There is a tragic case out of New York City this week that could be the basis for a product liability action. Roman Pirozek Jr., 19, virtually decapitated himself with his own remote-controlled Trex 700 helicopter when it cut off a piece of his skull and slashed his throat.
Pirozek is the vice-president of a local hobby club and has posted YouTube videos of his exploits with his $1,500 helicopter. The six-pound RC helicopter has a blade span of 62 inches with a rotor that spins at more than 2,000 rpm.
His father witnessed the horrific scene.
From a torts perspective, the question is one of a design defect and whether the helicopter should be able to cause such injury. This is a toy that can be purchased by any individual without a license or a permit. That creates the high likelihood of “foreseeable misuse” – misuse of a product that must be considered in its design. The danger here is clearly not only to the user but to people in the area where these toys are used. It is not enough to warning, as appears on many ads for the Trex 700, that “Users must have a certain concept of security to operate the R/C helicopters.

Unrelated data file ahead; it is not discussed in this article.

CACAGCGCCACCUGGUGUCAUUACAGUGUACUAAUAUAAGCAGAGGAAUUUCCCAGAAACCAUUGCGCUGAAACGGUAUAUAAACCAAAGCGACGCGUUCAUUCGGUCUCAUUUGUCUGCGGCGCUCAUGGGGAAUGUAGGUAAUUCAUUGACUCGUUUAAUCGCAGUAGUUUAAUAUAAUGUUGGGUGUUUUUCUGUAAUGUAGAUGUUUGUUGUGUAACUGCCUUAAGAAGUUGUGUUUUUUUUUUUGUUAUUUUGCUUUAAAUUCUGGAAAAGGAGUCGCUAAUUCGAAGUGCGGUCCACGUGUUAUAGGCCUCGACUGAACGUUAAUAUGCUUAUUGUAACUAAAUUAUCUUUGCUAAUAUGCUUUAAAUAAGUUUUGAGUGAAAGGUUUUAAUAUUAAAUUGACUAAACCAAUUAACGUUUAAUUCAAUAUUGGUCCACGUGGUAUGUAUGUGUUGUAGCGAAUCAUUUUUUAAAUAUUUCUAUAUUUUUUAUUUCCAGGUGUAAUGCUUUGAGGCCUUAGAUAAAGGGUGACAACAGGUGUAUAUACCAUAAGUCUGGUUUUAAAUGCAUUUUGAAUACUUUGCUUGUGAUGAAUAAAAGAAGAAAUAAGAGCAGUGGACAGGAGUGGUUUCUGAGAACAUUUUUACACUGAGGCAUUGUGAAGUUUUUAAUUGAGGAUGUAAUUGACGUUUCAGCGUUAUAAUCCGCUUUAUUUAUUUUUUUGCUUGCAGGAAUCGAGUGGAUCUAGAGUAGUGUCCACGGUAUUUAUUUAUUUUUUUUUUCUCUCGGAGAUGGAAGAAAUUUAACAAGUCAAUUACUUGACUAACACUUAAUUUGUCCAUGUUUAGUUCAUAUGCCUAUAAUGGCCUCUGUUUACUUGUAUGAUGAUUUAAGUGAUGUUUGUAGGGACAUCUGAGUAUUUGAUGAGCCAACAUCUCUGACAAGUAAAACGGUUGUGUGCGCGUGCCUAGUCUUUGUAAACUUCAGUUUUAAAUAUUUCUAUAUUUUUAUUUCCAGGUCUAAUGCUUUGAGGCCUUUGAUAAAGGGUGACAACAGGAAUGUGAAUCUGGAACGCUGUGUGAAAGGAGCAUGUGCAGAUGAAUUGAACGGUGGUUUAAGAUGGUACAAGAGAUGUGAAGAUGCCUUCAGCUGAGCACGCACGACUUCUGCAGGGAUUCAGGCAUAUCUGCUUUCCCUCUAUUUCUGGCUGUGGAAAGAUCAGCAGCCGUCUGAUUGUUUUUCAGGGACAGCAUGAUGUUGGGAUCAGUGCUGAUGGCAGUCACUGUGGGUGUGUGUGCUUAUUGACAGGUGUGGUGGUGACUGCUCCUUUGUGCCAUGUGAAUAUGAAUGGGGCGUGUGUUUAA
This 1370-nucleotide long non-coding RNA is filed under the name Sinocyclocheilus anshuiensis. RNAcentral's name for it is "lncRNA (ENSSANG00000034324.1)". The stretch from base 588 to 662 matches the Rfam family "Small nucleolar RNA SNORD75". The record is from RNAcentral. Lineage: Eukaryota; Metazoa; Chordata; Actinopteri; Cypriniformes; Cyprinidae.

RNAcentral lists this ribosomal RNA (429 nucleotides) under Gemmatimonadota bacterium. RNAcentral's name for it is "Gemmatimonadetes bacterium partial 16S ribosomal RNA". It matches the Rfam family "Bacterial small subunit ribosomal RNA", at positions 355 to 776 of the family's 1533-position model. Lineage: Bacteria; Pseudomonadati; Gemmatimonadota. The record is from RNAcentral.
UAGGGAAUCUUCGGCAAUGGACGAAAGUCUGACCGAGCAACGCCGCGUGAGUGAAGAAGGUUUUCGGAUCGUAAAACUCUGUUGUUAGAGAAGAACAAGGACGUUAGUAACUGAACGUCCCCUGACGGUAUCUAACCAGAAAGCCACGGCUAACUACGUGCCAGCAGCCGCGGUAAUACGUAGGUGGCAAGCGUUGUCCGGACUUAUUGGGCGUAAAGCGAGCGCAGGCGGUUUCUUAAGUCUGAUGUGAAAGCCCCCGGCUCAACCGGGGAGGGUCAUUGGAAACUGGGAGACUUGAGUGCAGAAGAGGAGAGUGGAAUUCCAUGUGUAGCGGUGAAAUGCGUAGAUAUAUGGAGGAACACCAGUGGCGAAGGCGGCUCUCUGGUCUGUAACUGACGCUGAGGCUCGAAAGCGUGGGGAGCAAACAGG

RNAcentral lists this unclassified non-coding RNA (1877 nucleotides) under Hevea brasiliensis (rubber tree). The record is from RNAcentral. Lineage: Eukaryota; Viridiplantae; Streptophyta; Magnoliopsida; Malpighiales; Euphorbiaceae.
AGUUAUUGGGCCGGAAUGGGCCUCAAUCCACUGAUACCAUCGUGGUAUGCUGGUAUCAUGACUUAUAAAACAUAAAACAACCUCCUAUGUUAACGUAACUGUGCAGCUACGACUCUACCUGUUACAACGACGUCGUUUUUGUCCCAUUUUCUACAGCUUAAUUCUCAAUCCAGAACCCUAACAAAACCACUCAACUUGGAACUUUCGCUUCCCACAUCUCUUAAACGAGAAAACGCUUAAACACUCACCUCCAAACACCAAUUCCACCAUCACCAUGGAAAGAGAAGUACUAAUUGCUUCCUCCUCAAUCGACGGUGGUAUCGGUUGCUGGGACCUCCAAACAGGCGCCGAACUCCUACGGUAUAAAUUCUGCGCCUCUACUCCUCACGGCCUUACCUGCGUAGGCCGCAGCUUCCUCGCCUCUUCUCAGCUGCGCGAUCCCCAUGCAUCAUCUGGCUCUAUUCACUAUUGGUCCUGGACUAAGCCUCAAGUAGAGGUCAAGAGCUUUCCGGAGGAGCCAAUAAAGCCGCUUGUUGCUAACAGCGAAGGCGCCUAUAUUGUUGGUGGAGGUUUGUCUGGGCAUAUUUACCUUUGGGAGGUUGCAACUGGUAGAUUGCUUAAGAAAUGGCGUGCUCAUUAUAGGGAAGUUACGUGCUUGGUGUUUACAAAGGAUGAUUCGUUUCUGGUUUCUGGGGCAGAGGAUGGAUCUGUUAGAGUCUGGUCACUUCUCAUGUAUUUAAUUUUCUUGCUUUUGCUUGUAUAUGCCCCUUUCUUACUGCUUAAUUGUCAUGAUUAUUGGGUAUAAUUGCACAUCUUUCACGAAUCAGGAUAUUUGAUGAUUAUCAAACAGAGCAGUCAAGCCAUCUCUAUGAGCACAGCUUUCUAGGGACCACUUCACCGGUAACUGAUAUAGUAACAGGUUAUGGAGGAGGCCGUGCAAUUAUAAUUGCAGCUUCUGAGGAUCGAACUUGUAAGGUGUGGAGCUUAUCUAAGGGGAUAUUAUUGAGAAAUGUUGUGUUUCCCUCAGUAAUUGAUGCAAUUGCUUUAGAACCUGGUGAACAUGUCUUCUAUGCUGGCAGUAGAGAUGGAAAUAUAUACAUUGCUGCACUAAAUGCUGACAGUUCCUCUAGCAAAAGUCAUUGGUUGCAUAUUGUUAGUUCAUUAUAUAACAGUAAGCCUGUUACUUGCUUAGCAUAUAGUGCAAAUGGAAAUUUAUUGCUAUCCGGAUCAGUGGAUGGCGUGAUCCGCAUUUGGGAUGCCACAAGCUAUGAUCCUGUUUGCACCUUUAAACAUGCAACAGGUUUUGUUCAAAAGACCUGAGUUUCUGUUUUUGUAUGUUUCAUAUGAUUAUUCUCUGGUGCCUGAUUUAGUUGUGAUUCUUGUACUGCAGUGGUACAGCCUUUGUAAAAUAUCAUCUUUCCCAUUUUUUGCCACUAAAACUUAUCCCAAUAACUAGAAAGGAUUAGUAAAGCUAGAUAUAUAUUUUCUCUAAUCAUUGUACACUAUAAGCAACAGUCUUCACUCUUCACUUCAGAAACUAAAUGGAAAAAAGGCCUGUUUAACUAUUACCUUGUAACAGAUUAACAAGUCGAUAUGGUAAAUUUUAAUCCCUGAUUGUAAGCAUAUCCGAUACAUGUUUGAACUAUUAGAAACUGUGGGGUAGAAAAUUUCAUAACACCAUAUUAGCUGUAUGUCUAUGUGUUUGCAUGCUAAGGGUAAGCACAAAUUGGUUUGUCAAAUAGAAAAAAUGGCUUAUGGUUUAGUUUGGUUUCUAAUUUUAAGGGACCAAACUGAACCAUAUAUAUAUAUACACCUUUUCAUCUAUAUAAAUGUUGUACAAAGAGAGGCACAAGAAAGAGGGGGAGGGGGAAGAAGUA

Be sure to read and comply with related safety notes of instruction manual before flying.” The manual for the company states that it is the sole responsibility of the users to avoid damage or injuries, but that is not the way it is viewed from a product liability perspective.
If one of these helicopter can slash a throat and cut through a skull, the question is whether it can be sold as a toy. Pirozek and others use these toys in parks and open areas with pedestrians. I understand that most are very careful but obviously there will be a certain percentage of those who misuse the product or act recklessly.
Assumption of the risk clearly looms large in such a case. The strongest product case would be to a pedestrian. This was an experienced user who likely knew of the dangers. Yet, the company also knows of the stunts and dangerous manuevers common in the use of these toys as shown on YouTube. What do you think?